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Informant led feds to Bigbie, Radomski

2/4/2009 - MLB

A FBI informant wore a wire while speaking with a Baltimore Orioles outfielder, helping fuel the federal government's steroid investigation that eventually led to the Mitchell report, according to federal court documents posted on The Smoking Gun.

The informant, Andrew Michael Bogdan, was a landlord who went to work for the FBI after being caught up in a Baltimore-based real estate scam, The Smoking Gun reported Wednesday on its Web site. According to the report, Bogdan's entry into Major League Baseball came via Orioles outfielder Larry Bigbie, whom he met at an area restaurant co-owned by Bogdan's sister.

In 2005, the Web site reports, Bogdan told his FBI handlers that Bigbie admitted receiving performance-enhancing drugs from a source in New York. The FBI relayed the information to IRS agent Jeff Novitzky, who had led the BALCO investigation two years earlier in Northern California, The Smoking Gun reported, without citing specifics. Novitzky traveled to Baltimore and sat next to Bogdan when he called the outfielder to place his own steroid order. A month later, the Orioles player gave Bogdan the name of his source, Kirk Radomski.

Wiliam Bastone, The Smoking Gun's editor, told ESPN that he spent more than four hours interviewing Bogdan at his home in Baltimore in late January 2009 and matched his statements against public documents, including search warrant applications and the contents of Radomski's recently released book, "Bases Loaded." Bogdan's work as an FBI informant was openly referenced by prosecutors during his 2006 federal court sentencing for conspiracy charges related to inflating real estate appraisals in a HUD scam. His sentence was reduced, in part, because prosecutors said he was involved in a "case of national importance."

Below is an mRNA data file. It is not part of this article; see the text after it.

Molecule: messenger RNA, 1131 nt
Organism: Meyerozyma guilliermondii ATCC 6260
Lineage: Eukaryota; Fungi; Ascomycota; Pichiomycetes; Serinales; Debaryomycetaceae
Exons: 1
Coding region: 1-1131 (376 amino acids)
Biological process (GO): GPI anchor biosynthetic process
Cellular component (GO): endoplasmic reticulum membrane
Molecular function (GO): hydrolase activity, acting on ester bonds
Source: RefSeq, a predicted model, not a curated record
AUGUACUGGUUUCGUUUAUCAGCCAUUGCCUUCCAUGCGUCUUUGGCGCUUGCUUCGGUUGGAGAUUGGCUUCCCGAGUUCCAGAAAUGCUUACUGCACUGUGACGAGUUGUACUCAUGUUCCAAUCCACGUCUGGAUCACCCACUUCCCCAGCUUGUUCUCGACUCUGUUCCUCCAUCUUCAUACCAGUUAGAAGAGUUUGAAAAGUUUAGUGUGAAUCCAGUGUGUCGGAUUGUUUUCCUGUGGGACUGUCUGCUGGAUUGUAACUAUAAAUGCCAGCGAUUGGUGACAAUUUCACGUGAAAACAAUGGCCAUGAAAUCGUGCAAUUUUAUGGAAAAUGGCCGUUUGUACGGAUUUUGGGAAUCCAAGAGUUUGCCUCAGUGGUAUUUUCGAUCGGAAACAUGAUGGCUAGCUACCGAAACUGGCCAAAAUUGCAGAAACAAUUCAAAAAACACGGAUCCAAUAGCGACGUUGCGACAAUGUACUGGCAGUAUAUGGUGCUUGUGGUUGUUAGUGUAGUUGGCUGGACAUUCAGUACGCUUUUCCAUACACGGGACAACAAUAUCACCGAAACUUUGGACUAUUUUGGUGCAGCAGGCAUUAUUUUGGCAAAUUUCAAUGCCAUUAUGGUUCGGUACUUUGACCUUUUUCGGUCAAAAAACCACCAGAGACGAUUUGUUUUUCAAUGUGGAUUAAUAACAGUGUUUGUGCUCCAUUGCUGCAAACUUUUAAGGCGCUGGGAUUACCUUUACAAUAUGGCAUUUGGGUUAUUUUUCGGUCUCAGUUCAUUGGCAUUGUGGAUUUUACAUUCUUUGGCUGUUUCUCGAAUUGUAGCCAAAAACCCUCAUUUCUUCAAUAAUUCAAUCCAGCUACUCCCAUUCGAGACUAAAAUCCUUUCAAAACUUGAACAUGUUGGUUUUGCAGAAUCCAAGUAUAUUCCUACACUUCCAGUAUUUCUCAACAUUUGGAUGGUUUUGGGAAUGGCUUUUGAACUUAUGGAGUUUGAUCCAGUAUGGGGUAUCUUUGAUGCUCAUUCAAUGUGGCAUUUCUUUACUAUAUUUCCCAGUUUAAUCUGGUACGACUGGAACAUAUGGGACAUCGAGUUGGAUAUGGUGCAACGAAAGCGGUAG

The disclosure indicates how a new front of the investigation was being opened just as an old one was being closed. On July 15, 2005, the founder of BALCO, Victor Conte, pleaded guilty to steroid distribution and money laundering charges in connection with his sale of designer steroids. But just a week later, Bogdan was in Colorodo, visiting Bigbie, who had been traded to the Rockies. There, according to The Smoking Gun, Bigbie talked about Radomski's sales of human growth hormone and reportedly showed Bogdan his own vials containing the drug. Bogdan took a vial from the trash can and gave it to Novitzky.

That evidence subsequently convinced Radomski to cooperate with federal investigators. He taped calls and sent out monitored shipments of steroids, and eventually led Novitzky to Brian McNamee, the personal trainer who accused Roger Clemens of using HGH. Clemens denied the claims under oath, and is the subject of a grand jury inquiry.

"I don't want to talk about him," Radomski said, when contacted by ESPN.com on Wednesday about Bogdan. "He is insignificant. I'll never speak his name."

In an interview with The Smoking Gun, Bogdan made a distinction between the supplier and the outfielder. He called Radomski a "big fish" who got what he deserved but was more charitable to Bigbie, saying he was a "good boy." He added, "Nothing was ever deliberately, maliciously or willfully done to hurt Larry."

Bigbie, who spent the 2007 season in the minors, played last year in Japan. He could not be reached for comment.

While the report notes that Bogdan "cultivated friendships" with other Orioles players and passed information about them to federal agents, it does not name anyone other than Bigbie. Among the players on the Orioles in 2005 were Rafael Palmiero and Miguel Tejada. On March 15, 2005, while Bogdan was actively cooperating with the feds and hanging around Orioles haunts, Palmiero testified before Congress that he had never used steroids. He subsequently tested positive for the steroid stanozolol and was suspended for 10 games. Tejada was accused of receiving steroids in the Mitchell report.

In June 2006, Bogdan was sentenced to five years probation and ordered to pay $277,650 in restitution for conspiracy charges related to the property scam that got him in trouble in the first place. According to The Smoking Gun, Bogdan is divorced and living alone in Baltimore, where he was laid off last year from a job restocking vending machines.

Information from ESPN The Magazine's Shaun Assael and ESPN.com's Mike Fish is included in this report.